Themes: / Horror / Zombies / Terrorists / Covert Intelligence /
For years the Department of Military Sciences has fought to stop terrorists from using radical bioweapons—designer plagues, weaponized pathogens, genetically modified viruses, and even the zombie plague that first brought Ledger into the DMS. These terrible weapons have been locked away in the world’s most secure facility. Until now. Joe Ledger and Echo Team are scrambled when a highly elite team of killers breaks the unbreakable security and steals the world’s most dangerous weapons. Within days there are outbreaks of mass slaughter and murderous insanity across the American heartland. Can Joe Ledger stop a brilliant and devious master criminal from turning the Land of the Free into a land of the dead?
Code Zero, a Joe Ledger novel from Jonathan Maberry, is the exciting direct sequel to Patient Zero.
This is the worthy sequel to Patient Zero.
At one point, Rudy Sanchez says that “this has done something fundamental to the American people.”
I’ll tell you this. It did something fundamental to me.
It was exciting, suspenseful, terrifying, and haunted me in my dreams and at random moments in my day.
And it was satisfying. Very satisfying.
I’m not sure Maberry can top this. Though I’m already looking forward to his next attempt to try.
It’s been six years since Joe Ledger was secretly recruited by the government to lead a combat team for the DMS, a taskforce created to deal with problems that Homeland Security can’t handle. That story was told in Patient Zero. This was where we met a group of terrorists who had developed a bio-weapon that turned people into zombies.
Every year since then, like clockwork, Joe and Echo Team have returned to battle a variety of seemingly supernatural foes, all developed by villains who are somehow going to make boatloads of cash off of the terror.
The action-packed stories are full of evil super-villains, noble heroes, smart mouthed quips, a smattering of philosophy about “good guys and bad guys” and heart. Lots of heart. All this is told at a roller coaster pace that barely allows you to breathe until you get to the end.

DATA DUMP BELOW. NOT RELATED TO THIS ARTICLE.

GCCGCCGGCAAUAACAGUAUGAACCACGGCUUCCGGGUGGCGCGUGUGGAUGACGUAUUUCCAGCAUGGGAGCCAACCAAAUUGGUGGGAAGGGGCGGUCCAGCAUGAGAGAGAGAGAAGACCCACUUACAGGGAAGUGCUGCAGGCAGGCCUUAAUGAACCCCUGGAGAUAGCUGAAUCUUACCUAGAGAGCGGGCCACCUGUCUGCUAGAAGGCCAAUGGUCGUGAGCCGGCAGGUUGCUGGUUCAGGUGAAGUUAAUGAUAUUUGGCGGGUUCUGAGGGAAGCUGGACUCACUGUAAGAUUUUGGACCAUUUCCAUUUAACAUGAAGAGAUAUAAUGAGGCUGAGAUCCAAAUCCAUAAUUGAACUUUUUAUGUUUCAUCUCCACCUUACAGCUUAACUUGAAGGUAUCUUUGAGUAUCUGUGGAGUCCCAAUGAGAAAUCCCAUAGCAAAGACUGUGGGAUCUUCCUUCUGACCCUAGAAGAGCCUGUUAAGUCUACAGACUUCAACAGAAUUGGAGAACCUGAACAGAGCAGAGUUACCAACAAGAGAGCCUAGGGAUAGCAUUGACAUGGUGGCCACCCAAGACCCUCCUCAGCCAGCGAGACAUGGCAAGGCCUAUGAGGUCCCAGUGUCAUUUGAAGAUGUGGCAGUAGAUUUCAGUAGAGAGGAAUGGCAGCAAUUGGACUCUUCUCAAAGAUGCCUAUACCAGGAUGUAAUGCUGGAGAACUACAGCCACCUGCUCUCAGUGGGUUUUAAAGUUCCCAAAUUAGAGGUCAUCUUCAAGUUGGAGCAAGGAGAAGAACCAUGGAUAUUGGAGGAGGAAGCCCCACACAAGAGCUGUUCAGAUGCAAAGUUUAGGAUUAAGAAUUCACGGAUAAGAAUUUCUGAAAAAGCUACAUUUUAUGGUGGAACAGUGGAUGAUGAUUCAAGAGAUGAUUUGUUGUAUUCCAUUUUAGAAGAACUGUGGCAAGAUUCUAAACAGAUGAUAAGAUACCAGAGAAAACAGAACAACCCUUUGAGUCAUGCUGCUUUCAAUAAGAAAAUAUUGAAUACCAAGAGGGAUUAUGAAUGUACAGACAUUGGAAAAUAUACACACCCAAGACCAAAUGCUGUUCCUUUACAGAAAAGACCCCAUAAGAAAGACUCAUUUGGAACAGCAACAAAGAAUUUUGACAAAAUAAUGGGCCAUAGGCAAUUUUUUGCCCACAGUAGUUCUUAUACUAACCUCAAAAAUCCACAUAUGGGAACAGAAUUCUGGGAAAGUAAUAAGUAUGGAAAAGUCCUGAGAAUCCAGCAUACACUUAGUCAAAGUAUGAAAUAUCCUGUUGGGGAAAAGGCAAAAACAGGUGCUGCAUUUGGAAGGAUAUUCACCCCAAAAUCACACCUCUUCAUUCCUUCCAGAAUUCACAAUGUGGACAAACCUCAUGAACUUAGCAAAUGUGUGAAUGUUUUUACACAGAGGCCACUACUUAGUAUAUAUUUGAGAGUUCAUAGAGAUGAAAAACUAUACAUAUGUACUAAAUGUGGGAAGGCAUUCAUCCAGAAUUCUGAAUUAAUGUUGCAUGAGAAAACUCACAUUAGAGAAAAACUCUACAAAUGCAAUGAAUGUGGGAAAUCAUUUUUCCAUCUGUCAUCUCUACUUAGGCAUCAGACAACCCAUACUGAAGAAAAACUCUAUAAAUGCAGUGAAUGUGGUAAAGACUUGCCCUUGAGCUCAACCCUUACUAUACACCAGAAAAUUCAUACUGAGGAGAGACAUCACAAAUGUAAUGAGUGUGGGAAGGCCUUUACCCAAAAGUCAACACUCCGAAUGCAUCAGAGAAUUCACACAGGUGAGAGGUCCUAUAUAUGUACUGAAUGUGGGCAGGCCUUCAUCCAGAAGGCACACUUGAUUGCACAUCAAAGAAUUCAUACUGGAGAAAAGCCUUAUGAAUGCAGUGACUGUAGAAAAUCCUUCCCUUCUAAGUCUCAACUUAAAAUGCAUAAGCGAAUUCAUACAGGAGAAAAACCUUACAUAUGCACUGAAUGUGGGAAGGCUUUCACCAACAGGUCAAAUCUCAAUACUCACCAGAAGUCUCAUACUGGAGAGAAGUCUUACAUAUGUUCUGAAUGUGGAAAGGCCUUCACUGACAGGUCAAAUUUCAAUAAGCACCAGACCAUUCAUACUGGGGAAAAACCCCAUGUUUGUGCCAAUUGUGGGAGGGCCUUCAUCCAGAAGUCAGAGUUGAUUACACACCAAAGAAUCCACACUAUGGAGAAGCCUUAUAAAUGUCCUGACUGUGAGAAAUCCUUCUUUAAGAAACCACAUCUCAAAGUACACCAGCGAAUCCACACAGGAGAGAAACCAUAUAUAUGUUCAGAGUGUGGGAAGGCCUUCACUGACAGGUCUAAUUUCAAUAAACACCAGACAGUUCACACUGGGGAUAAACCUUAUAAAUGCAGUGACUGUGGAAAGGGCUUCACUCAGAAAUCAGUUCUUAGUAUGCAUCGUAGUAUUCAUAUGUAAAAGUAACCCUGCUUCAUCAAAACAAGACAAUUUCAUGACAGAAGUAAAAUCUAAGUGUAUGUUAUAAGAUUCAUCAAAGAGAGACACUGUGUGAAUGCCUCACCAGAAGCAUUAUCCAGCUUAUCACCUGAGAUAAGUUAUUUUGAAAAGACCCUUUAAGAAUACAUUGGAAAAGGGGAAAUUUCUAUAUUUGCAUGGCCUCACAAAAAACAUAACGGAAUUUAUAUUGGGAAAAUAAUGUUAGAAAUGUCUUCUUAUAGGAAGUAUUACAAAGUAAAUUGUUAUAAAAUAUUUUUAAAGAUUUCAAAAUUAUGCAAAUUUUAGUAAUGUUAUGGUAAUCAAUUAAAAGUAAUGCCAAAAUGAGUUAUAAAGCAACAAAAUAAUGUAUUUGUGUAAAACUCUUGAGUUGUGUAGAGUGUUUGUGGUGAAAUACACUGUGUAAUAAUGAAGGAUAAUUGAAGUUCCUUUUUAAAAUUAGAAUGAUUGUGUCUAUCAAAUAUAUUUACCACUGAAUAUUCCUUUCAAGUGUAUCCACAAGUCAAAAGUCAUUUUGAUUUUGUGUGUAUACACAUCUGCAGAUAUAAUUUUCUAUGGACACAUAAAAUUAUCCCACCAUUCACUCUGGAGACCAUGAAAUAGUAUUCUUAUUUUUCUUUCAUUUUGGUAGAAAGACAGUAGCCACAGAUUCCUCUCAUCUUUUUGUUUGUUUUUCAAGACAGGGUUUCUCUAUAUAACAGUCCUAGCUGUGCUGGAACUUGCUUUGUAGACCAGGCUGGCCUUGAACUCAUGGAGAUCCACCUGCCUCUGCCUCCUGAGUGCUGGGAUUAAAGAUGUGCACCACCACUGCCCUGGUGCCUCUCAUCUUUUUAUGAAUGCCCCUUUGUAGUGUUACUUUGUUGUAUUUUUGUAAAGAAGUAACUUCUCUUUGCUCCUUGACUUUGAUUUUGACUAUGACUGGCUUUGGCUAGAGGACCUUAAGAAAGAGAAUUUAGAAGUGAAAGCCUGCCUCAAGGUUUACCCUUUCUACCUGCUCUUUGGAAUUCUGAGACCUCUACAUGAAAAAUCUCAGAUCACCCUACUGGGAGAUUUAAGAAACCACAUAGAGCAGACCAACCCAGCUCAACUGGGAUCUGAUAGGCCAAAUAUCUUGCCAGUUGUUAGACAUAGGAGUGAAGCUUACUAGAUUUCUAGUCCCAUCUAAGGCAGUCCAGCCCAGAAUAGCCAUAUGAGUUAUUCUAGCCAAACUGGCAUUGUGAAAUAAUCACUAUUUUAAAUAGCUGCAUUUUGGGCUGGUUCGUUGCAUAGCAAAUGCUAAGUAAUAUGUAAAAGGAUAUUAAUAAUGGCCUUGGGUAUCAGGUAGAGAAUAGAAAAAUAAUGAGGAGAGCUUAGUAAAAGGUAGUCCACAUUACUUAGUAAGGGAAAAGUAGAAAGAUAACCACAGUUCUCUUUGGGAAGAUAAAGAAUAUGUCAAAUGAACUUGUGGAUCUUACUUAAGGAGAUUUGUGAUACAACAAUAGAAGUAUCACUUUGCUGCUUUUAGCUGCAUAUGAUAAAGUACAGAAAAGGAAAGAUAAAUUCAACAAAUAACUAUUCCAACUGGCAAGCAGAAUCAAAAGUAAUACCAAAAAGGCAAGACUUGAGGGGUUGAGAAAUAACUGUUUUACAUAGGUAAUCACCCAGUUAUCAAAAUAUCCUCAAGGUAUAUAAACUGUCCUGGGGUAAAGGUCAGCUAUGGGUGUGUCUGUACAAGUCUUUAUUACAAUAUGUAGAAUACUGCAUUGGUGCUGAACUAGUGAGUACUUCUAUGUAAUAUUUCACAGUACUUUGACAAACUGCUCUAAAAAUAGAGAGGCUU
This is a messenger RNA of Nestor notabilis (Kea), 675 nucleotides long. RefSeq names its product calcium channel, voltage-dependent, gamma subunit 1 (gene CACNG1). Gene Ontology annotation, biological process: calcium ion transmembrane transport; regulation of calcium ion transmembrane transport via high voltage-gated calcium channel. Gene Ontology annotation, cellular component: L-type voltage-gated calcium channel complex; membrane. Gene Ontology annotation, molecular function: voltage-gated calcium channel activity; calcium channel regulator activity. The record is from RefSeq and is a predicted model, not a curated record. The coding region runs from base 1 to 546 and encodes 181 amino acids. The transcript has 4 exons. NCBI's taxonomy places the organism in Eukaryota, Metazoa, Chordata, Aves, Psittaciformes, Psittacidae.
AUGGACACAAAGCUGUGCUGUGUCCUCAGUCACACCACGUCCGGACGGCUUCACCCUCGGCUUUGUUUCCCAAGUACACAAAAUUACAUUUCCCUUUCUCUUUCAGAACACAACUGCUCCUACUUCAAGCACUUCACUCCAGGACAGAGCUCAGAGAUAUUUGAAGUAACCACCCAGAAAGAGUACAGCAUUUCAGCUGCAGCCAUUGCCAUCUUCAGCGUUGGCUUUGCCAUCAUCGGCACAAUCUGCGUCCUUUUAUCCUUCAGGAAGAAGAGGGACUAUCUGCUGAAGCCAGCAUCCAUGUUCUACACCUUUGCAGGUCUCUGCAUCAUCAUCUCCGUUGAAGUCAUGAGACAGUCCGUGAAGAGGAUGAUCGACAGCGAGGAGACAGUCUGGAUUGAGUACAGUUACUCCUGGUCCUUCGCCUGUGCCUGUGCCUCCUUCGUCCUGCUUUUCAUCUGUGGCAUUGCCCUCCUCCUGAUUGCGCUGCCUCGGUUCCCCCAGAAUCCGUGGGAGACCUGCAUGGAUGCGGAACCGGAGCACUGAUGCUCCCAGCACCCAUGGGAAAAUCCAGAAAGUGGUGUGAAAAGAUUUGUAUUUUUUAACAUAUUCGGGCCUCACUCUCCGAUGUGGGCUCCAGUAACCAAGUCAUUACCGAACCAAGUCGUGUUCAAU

I love them.
In many ways, this book is similar to the rest of the series. Mother Night, a villain you love to hate, is a super-genius anarchist who’s strewing chaos throughout the country over Labor Day weekend. She’s got the DMS’s computer tied up in knots and old evils that were defeated in previous books are now popping their heads up all over the country. Losses are high and the odds are very much against Ledger and his team. We know Joe will win. It’s watching it happen that makes it fun.
It is superior to the other books, I think, because the pacing is more measured and there is more character development. I also enjoyed the flashbacks into the DMS’s years before Joe joined them.
But in one very important way Code Zero was very different for me.
I felt a level of anxiety that was all out of proportion. Maberry is an expert at ratcheting up the stakes until you just can’t see how anyone decent is going to survive the maelstrom. I was used to that. But somehow this felt different. I got a bit jumpy. I couldn’t quit thinking about the horrific chaos during the day when I had to put the book down. Maberry has his finger on the pulse of the evil that Americans today know all too well … that lurks below the conscious level of our lives … violent chaos that can strike without a moment’s notice. Shootings at Fort Hood, restaurants, schools, and more have changed the mood of our country and made Mother Night’s chaos resonate more deeply than usual.
Along the way, he looks at why people choose good or evil. Code Zero is full of people choosing to save the world or burn it down. In most of the cases, the motivation comes down to something that Maberry does not name, but which I will make bold to label: love. We want to know we matter, that we make a difference, that someone “knows” us. Not for our accomplishments but simply because our “selves” matter.
Mother Night gives it a different name, and she may not tidily fall into this definition but, let’s face it, she’s super-villain crazy. I believe that her ultimate fate bears me out. It shows most in Maberry’s final scenario at the end of the book as the answer to Rudy’s statement that the chaos “has done something fundamental to the American people.
Truly this is a great book, especially for the shoot-em-up genre. It is also probably one that can be read as a stand alone without reading the others that came before.
I listened to the audiobook read by Ray Porter who was superb, as usual, at portraying Joe and every other character along the way. In this book Porter dialed his urgent, driving, delivery down some and thank goodness for that. The action was intense enough without being shoved over the edge of the cliff by a continually urgent tone. Porter also was more nuanced and thoughtful in his reading than I recall in previous Joe Ledger books. If this sounds odd when considering our heroes are fighting off zombies, it actually worked to make me consider the full horror being faced. Once again, kudos to Ray Porter. He’s the reason I always choose audio for the Joe Ledger books.
Posted by Julie D.